Poverty is Down in Chile thanks to Job-Creation and Subsidies paid for by those Newly Created Jobs

Posted by PITHOCRATES - July 29th, 2012

Week in Review

Job-creation reduces poverty in Chile.  And it goes back to the Seventies.  But you wouldn’t know it by reading this (see Poverty indicators decline posted 7/25/2012 on Economist Intelligence Unit).

Improvements in Chile’s poverty indicators in the past two decades are back on track after a setback in 2009. The proportion of the population living in poverty fell from 15.1% in 2009 to 14.4% in 2011, according to the latest Caracterización Socioeconómica Nacional (Casen) household survey. There was also a substantial drop in the proportion of people living in extreme poverty, from 3.7% in 2009 to 2.8% in 2011. The main factor explaining these trends was the strong level of job-creation recorded in Chile in the past two years, but well-targeted government subsidies also played an important role…

Within the IEF programme, the monthly bonuses under the “dignity” component, worth Ps6,000 (US$12.5) per person in the household, plus Ps13,000 per household, are targeted at those in extreme poverty, and will be unconditional. Beyond that, if the children in the household attend their mandatory healthcare check-ups and achieve a school attendance rate of at least 85%, the household will receive a monthly bonus of Ps8,000 per child. This yields Ps53,000 per month to a household with two adults and two children satisfying these conditions, or US$97 per month for one with one adult and two children.

Yes, job-creation was a strong factor.  Targeted government subsidies?  Not really.  First of all, you can’t do targeted subsidies if you don’t have a lot of jobs creating a lot of tax revenue.  You can have jobs without subsidies but you can’t have subsidies without jobs.  Because jobs pay for subsidies.

Paying people to have children?  Where have I heard this before?  Oh, yes.  LBJ’s Great Society.  That gave us AFDC.  Aid to Families with Dependent Children.  That destroyed poor families by encouraging single mothers to have more babies to collect more benefits.  Allowing men to father as many children as they pleased with as many women as they pleased because they don’t have to pay to raise their children.  The state became the father to these children (and husband to these women).  Raised them in crime-infested housing projects.  And sent them to broken, substandard schools.  Which these kids dropped out of and joined gangs.  Yeah, AFDC worked so well that Bill Clinton, a Democrat, reformed welfare to fix this ill-conceived policy.  Because even he knew you can’t fix problems by simply throwing money at them.  Jobs were better.  And families.  Where a child grew up with a mother and a father to nurture and discipline the child.  To put them on the right path.  Something the state just couldn’t do.

Missing from this piece is any mention of Milton Friedman.  The Chicago Boys.  El Ladrillo.  The economic plan put together by the Chilean economists who studied at the University of Chicago.  In the Chicago school of economics.  It was so thick they called it The Brick.  Or El Ladrillo.  Milton Friedman and these great Chilean economists, the Chicago Boys, turned the Chilean economy around.  The dictator Augusto Pinochet even invited Milton Friedman down to Chile to help.  Friedman went.  Gave some advice.  And Pinochet followed it.  Turning their horrible economy around (see Monetarism, Laissez-Faire Capitalism, Augusto Pinochet, Chile, Hyperinflation, El Ladrillo, Chicago Boys, Milton Friedman and Miracle of Chile).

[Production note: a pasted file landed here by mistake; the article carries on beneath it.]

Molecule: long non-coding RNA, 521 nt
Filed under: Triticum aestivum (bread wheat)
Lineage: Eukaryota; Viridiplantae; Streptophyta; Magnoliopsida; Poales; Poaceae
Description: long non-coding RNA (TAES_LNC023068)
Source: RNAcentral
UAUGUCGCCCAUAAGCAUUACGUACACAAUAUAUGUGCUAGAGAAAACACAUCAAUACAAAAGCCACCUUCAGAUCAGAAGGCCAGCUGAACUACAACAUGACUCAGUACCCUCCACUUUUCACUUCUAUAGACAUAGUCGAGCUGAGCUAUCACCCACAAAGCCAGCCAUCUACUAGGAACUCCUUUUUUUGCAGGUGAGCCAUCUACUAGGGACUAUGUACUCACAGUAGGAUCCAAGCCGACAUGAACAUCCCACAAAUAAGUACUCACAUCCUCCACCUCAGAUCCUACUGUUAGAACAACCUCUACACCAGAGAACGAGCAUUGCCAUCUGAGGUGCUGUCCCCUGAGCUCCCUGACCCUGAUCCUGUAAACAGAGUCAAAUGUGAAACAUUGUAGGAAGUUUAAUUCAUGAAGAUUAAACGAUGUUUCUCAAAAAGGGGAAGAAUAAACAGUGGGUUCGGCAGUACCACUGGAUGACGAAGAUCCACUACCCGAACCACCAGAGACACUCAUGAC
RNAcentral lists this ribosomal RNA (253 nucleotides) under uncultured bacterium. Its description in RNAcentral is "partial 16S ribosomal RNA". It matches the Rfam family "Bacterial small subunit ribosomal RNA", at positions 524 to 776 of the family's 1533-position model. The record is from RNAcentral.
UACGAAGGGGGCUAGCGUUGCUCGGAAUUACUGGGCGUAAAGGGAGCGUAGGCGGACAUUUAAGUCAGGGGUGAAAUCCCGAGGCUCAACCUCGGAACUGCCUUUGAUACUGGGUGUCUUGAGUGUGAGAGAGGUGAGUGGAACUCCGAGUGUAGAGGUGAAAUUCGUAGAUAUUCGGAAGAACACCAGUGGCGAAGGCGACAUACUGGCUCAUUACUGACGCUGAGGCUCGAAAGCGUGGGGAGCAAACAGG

He ditched the mercantilist policies.  Embraced laissez-faire capitalism.  Privatized the state industries.  Established free trade.  Cut government spending.  And stopped printing money.  Ending the hyperinflation.  Replacing it with a strict monetary policy… Friedman’s monetarism turned the Chilean economy around.  Creating a prosperous market economy.  With a growing middle class.  The strong economic growth led to some healthy tax revenue.  Which in later years funded antipoverty programs.  The Miracle of Chile even replaced the military junta with a democratic government.  Chile now has one of the healthiest and freest economies in the world.

It was these sound economic policies that created the Miracle of Chile in the Eighties.  Not targeted subsidies.  Real economic growth provides prosperity.  People with jobs.  Who earn money to spend in the economy.  And pay taxes.  That’s the way it always works.  Jobs first.  Then prosperity.  And then the tax revenue that funds government spending.  It just doesn’t work the other way around.  If it did Greece wouldn’t be in the trouble it’s in.  The United States wouldn’t still be lingering in the Great Recession.  And President Clinton wouldn’t have reformed welfare to end the family killer AFDC.  No.  Excessive government spending only creates great debt.  High inflation.  And a permanently impoverished underclass.  At least this is what history has shown us.



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